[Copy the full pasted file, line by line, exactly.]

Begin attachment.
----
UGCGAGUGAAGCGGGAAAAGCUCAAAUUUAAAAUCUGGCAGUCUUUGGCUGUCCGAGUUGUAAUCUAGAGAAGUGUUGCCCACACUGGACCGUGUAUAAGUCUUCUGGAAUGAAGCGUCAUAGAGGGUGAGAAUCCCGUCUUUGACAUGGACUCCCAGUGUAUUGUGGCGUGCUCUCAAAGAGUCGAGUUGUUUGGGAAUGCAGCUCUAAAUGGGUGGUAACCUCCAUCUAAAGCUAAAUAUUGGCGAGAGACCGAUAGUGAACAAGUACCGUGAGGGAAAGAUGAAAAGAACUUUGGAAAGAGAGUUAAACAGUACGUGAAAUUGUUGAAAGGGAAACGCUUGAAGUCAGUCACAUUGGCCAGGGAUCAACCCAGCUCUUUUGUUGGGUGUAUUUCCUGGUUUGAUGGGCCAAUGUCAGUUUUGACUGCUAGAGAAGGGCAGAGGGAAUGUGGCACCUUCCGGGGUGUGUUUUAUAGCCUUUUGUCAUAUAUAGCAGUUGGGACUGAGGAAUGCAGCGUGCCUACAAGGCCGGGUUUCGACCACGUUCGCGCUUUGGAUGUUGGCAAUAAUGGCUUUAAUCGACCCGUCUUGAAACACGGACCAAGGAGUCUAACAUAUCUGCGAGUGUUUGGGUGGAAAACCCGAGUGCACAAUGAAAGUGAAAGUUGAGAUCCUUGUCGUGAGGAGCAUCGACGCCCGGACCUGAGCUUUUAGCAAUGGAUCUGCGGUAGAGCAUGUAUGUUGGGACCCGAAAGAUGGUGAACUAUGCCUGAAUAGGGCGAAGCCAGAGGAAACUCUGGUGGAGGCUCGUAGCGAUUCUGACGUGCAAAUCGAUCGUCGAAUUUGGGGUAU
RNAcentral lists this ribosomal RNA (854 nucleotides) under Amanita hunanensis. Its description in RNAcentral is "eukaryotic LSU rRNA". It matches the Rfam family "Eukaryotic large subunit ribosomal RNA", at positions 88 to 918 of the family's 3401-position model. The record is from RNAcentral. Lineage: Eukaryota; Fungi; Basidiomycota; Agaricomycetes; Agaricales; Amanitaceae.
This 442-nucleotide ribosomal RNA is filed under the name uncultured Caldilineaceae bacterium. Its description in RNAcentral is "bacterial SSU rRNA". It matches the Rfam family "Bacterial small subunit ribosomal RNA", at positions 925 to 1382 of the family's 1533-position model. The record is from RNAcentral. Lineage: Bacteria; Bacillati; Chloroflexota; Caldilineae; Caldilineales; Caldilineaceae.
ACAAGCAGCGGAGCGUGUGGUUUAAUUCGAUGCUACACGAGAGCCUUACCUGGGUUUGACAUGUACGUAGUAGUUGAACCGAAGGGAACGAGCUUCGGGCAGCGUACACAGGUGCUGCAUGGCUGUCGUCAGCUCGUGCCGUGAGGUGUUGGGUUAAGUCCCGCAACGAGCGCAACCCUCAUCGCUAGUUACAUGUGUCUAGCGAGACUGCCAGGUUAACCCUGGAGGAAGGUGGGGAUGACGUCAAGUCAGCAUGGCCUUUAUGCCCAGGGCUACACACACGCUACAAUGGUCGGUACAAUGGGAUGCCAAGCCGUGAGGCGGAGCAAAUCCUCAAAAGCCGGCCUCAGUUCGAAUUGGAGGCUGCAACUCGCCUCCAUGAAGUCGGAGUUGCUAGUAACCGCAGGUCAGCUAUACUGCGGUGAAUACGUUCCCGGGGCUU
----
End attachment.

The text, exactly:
UGCGAGUGAAGCGGGAAAAGCUCAAAUUUAAAAUCUGGCAGUCUUUGGCUGUCCGAGUUGUAAUCUAGAGAAGUGUUGCCCACACUGGACCGUGUAUAAGUCUUCUGGAAUGAAGCGUCAUAGAGGGUGAGAAUCCCGUCUUUGACAUGGACUCCCAGUGUAUUGUGGCGUGCUCUCAAAGAGUCGAGUUGUUUGGGAAUGCAGCUCUAAAUGGGUGGUAACCUCCAUCUAAAGCUAAAUAUUGGCGAGAGACCGAUAGUGAACAAGUACCGUGAGGGAAAGAUGAAAAGAACUUUGGAAAGAGAGUUAAACAGUACGUGAAAUUGUUGAAAGGGAAACGCUUGAAGUCAGUCACAUUGGCCAGGGAUCAACCCAGCUCUUUUGUUGGGUGUAUUUCCUGGUUUGAUGGGCCAAUGUCAGUUUUGACUGCUAGAGAAGGGCAGAGGGAAUGUGGCACCUUCCGGGGUGUGUUUUAUAGCCUUUUGUCAUAUAUAGCAGUUGGGACUGAGGAAUGCAGCGUGCCUACAAGGCCGGGUUUCGACCACGUUCGCGCUUUGGAUGUUGGCAAUAAUGGCUUUAAUCGACCCGUCUUGAAACACGGACCAAGGAGUCUAACAUAUCUGCGAGUGUUUGGGUGGAAAACCCGAGUGCACAAUGAAAGUGAAAGUUGAGAUCCUUGUCGUGAGGAGCAUCGACGCCCGGACCUGAGCUUUUAGCAAUGGAUCUGCGGUAGAGCAUGUAUGUUGGGACCCGAAAGAUGGUGAACUAUGCCUGAAUAGGGCGAAGCCAGAGGAAACUCUGGUGGAGGCUCGUAGCGAUUCUGACGUGCAAAUCGAUCGUCGAAUUUGGGGUAU
RNAcentral lists this ribosomal RNA (854 nucleotides) under Amanita hunanensis. Its description in RNAcentral is "eukaryotic LSU rRNA". It matches the Rfam family "Eukaryotic large subunit ribosomal RNA", at positions 88 to 918 of the family's 3401-position model. The record is from RNAcentral. Lineage: Eukaryota; Fungi; Basidiomycota; Agaricomycetes; Agaricales; Amanitaceae.
This 442-nucleotide ribosomal RNA is filed under the name uncultured Caldilineaceae bacterium. Its description in RNAcentral is "bacterial SSU rRNA". It matches the Rfam family "Bacterial small subunit ribosomal RNA", at positions 925 to 1382 of the family's 1533-position model. The record is from RNAcentral. Lineage: Bacteria; Bacillati; Chloroflexota; Caldilineae; Caldilineales; Caldilineaceae.
ACAAGCAGCGGAGCGUGUGGUUUAAUUCGAUGCUACACGAGAGCCUUACCUGGGUUUGACAUGUACGUAGUAGUUGAACCGAAGGGAACGAGCUUCGGGCAGCGUACACAGGUGCUGCAUGGCUGUCGUCAGCUCGUGCCGUGAGGUGUUGGGUUAAGUCCCGCAACGAGCGCAACCCUCAUCGCUAGUUACAUGUGUCUAGCGAGACUGCCAGGUUAACCCUGGAGGAAGGUGGGGAUGACGUCAAGUCAGCAUGGCCUUUAUGCCCAGGGCUACACACACGCUACAAUGGUCGGUACAAUGGGAUGCCAAGCCGUGAGGCGGAGCAAAUCCUCAAAAGCCGGCCUCAGUUCGAAUUGGAGGCUGCAACUCGCCUCCAUGAAGUCGGAGUUGCUAGUAACCGCAGGUCAGCUAUACUGCGGUGAAUACGUUCCCGGGGCUU